The World Health Organization (WHO) on Wednesday, August 4, requested countries to hold off their COVID-19 booster shot consideration until at least the end of September, citing a need in developing countries where most people were still unvaccinated.

“I understand the concern of all governments to protect their people from the Delta variant,” said Tedros Adhanom Ghebreyesus, WHO director-general, during a Wednesday news conference, reports Reuters.

“We cannot and should not accept countries that have already used most of the global supply of vaccines using even more of it while the world’s most vulnerable people remain unprotected,” he argued. 

The UN agency’s request for a moratorium is its strongest yet, coming as governments debate whether boosters are needed to tackle the wild-spreading Delta strain of the CCP virus.

For the time being, Tedros believes the focus should be on attaining the UN’s target of achieving 10% vaccine coverage in every country by the end of September.

WHO said that high-income countries distributed roughly 50 doses per 100 individuals in May, and that number has now increased. Due to a paucity of supplies, low-income countries have only been able to provide 1.5 doses per 100 individuals.

The Washington Post added that only 20% of the vaccines had been administered to countries with poor economies. In contrast, the rest had gone to high and upper-middle-income countries, making up less than half of the global population.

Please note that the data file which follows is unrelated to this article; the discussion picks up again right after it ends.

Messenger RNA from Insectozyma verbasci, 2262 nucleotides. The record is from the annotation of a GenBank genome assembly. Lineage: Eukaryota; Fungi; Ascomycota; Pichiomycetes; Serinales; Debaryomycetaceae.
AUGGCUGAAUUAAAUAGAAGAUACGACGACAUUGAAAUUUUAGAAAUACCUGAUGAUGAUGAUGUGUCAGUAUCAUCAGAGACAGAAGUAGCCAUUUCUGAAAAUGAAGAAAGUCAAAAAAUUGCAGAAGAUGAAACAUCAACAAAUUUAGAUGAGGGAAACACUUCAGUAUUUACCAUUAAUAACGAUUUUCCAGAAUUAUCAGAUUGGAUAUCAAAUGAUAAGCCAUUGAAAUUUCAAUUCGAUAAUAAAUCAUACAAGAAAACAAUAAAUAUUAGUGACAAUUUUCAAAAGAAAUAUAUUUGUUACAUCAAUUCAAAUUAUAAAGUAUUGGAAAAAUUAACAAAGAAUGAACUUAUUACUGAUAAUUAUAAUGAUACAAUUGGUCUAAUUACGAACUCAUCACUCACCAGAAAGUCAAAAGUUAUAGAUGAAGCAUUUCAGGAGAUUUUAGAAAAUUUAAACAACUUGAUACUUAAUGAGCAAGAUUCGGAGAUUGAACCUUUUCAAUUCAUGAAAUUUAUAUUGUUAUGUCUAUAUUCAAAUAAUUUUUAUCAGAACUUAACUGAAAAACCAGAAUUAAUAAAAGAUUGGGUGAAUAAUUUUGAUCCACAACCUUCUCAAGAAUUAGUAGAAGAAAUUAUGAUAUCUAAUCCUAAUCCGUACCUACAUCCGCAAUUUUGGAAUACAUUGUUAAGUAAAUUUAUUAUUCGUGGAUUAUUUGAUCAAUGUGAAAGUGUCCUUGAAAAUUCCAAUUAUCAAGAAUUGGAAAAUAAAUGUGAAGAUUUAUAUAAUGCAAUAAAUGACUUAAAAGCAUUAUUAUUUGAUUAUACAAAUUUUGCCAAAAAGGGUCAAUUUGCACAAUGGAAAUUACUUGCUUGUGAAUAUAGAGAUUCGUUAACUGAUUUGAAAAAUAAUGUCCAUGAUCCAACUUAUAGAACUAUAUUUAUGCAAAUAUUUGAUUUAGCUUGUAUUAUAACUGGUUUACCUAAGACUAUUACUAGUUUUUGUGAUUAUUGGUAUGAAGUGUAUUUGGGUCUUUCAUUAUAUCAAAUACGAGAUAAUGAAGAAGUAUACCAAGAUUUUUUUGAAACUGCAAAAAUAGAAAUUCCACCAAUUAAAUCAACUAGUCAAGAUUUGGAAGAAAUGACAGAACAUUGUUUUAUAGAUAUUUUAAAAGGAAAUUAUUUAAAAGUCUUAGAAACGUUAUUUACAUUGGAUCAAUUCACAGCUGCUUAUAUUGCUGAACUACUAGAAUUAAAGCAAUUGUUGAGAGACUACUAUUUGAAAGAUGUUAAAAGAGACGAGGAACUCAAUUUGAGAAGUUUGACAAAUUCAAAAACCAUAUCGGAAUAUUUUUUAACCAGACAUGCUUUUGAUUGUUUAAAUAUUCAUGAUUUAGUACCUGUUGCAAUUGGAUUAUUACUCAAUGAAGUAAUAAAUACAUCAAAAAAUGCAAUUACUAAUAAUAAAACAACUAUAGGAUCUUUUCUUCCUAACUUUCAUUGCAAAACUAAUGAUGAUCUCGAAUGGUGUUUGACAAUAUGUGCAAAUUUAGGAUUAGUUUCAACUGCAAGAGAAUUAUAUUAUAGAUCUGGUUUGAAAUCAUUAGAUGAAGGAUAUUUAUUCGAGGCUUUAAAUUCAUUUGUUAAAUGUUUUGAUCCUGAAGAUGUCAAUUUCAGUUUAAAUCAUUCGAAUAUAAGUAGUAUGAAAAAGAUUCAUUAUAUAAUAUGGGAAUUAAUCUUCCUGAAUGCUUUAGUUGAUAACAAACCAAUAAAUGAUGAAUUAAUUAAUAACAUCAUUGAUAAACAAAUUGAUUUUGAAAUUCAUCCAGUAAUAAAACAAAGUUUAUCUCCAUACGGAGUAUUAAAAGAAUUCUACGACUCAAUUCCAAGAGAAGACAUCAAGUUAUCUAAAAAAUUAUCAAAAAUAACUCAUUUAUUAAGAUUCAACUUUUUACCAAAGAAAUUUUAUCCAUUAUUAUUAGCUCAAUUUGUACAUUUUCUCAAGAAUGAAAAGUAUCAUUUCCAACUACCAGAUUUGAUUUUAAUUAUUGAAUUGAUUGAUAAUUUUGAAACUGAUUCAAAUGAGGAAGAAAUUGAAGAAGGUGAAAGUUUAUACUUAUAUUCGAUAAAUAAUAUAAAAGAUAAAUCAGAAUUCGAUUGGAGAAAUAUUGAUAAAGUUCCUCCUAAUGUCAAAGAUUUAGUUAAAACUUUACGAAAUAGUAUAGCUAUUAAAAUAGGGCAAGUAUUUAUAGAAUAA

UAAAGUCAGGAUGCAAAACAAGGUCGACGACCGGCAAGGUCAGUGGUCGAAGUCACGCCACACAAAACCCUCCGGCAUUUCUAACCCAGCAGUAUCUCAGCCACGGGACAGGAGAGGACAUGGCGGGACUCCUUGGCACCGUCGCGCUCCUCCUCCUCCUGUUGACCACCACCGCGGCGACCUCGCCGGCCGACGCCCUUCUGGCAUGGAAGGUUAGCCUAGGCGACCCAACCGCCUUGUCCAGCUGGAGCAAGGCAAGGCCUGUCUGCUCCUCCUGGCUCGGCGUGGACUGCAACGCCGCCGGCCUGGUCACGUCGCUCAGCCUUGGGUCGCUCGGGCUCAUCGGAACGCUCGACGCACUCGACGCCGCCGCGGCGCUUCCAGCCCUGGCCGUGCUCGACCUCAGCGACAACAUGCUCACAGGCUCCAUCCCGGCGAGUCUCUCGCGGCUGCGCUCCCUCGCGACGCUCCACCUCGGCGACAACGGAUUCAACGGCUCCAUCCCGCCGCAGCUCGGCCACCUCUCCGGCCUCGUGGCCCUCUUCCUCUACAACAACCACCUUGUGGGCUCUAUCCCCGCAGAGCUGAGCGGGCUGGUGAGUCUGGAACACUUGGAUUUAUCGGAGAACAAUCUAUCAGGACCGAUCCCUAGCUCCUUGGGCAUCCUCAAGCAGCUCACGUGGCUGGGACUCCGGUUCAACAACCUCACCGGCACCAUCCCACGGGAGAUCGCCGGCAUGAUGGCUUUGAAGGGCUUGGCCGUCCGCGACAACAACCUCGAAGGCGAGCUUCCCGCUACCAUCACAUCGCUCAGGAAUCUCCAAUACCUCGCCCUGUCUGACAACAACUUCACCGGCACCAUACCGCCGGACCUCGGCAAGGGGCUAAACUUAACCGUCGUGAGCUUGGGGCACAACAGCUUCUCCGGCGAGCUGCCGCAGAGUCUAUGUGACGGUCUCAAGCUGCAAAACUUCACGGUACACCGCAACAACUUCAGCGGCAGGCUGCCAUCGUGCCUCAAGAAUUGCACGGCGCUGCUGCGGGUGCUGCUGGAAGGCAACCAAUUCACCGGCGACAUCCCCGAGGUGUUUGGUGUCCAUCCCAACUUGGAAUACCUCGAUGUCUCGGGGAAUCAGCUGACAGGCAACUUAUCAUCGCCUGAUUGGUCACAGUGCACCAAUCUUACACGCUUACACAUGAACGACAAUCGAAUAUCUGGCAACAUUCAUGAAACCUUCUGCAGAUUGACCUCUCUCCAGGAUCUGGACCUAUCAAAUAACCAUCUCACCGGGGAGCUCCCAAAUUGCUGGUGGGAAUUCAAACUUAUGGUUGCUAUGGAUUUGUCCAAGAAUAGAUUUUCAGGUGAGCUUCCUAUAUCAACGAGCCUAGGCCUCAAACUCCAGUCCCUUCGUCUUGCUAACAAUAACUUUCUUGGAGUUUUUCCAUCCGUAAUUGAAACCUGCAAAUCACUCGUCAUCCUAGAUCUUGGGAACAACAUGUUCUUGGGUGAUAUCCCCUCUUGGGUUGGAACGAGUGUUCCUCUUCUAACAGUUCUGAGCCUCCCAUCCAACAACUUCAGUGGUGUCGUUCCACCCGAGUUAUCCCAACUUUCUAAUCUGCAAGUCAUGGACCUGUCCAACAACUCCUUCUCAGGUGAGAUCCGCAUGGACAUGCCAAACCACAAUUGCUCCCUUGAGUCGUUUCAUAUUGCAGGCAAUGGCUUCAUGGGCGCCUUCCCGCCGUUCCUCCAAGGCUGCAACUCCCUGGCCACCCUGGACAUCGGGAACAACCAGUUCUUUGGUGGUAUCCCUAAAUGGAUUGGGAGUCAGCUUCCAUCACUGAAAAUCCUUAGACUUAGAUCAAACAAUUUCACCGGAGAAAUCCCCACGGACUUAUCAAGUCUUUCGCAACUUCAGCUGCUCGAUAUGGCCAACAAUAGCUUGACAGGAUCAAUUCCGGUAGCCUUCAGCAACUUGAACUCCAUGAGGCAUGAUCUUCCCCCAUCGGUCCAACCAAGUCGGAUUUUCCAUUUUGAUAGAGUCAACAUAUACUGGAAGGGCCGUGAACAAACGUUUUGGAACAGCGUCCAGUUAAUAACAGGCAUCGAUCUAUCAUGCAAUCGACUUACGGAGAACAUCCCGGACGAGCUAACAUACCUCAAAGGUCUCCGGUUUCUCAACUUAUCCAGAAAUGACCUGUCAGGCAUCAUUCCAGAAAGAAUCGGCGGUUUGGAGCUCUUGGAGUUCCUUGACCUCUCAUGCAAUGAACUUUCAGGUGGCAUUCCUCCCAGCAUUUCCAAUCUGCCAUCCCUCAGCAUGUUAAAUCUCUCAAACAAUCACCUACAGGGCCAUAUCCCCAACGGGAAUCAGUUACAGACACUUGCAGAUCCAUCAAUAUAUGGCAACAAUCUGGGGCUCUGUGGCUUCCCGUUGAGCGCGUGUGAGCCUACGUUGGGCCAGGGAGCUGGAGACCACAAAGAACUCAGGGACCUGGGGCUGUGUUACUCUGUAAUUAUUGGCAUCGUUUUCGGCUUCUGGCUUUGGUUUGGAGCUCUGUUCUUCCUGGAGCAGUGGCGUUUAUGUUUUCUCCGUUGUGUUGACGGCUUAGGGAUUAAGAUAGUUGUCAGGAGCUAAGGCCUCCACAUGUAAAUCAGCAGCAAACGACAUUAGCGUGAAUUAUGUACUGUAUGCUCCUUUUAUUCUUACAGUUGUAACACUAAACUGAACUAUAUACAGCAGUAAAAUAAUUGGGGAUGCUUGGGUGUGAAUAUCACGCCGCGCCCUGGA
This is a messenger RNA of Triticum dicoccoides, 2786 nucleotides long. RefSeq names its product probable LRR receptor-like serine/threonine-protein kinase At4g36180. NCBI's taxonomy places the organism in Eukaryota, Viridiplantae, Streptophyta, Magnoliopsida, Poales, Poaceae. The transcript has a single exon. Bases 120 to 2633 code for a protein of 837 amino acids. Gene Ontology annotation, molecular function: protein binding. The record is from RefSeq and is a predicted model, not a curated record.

“We need an urgent reversal from the majority of vaccines going to high-income countries to the majority going to low-income countries,” Tedros said.

As the Delta variant is now responsible for many COVID-19 new outbreaks worldwide, proving capable of causing more breakthrough infections, vaccine companies have started to suggest a third dose added to the two original shots for optimum protection.

But the discussion for a push in booster dose had not been settled, such as the U.S., which demands further data for scientific certainty.

To infectious diseases medical adviser to Medecins Sans Frontieres’ access campaign, Elin Hoffmann Dahl, the highly transmissive Delta variant only proves that countries should further rush to get more unvaccinated people vaccinated.

“The fact that we are vaccinating healthy adults with a booster dose of COVID-19 vaccines is a short-sighted way of thinking,” Dahl told Reuters. “With the emergence of new variants, if we continue to leave the majority of the world unvaccinated, we will most definitely need adjusted vaccines in the future.”

Likewise, in the U.S., the Delta variant has now made up 93.4% of the infections recorded in the country over the past two weeks, the US Centers for Disease Control and Prevention (CDC) updated this week. 

Vaccine breakthrough cases had also started to emerge more frequently in the U.S. alone. Most notably was the CDC’s report last week on the Massachusetts outbreak, which was deemed to have happened among vaccinated people. 

At least, the CDC said the vaccines could still offer greater protection against severe illnesses and reduce the risk of death.

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